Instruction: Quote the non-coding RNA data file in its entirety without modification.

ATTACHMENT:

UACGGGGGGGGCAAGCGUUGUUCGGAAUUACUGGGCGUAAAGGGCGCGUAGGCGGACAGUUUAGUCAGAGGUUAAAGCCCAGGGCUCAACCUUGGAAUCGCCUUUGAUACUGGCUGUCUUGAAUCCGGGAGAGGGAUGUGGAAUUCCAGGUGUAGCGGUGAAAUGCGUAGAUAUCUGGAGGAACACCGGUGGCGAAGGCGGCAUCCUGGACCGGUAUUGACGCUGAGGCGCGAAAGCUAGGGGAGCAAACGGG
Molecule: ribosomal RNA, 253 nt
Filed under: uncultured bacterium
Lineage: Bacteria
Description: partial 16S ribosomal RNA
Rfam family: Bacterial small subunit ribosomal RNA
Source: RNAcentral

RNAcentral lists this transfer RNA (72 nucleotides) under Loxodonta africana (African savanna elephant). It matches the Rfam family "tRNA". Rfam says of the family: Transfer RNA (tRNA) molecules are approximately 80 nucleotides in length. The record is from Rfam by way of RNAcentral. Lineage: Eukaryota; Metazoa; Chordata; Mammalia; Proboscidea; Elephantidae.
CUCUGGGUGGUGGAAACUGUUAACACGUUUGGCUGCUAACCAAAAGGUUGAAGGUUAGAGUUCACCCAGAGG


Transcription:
UACGGGGGGGGCAAGCGUUGUUCGGAAUUACUGGGCGUAAAGGGCGCGUAGGCGGACAGUUUAGUCAGAGGUUAAAGCCCAGGGCUCAACCUUGGAAUCGCCUUUGAUACUGGCUGUCUUGAAUCCGGGAGAGGGAUGUGGAAUUCCAGGUGUAGCGGUGAAAUGCGUAGAUAUCUGGAGGAACACCGGUGGCGAAGGCGGCAUCCUGGACCGGUAUUGACGCUGAGGCGCGAAAGCUAGGGGAGCAAACGGG
Molecule: ribosomal RNA, 253 nt
Filed under: uncultured bacterium
Lineage: Bacteria
Description: partial 16S ribosomal RNA
Rfam family: Bacterial small subunit ribosomal RNA
Source: RNAcentral

RNAcentral lists this transfer RNA (72 nucleotides) under Loxodonta africana (African savanna elephant). It matches the Rfam family "tRNA". Rfam says of the family: Transfer RNA (tRNA) molecules are approximately 80 nucleotides in length. The record is from Rfam by way of RNAcentral. Lineage: Eukaryota; Metazoa; Chordata; Mammalia; Proboscidea; Elephantidae.
CUCUGGGUGGUGGAAACUGUUAACACGUUUGGCUGCUAACCAAAAGGUUGAAGGUUAGAGUUCACCCAGAGG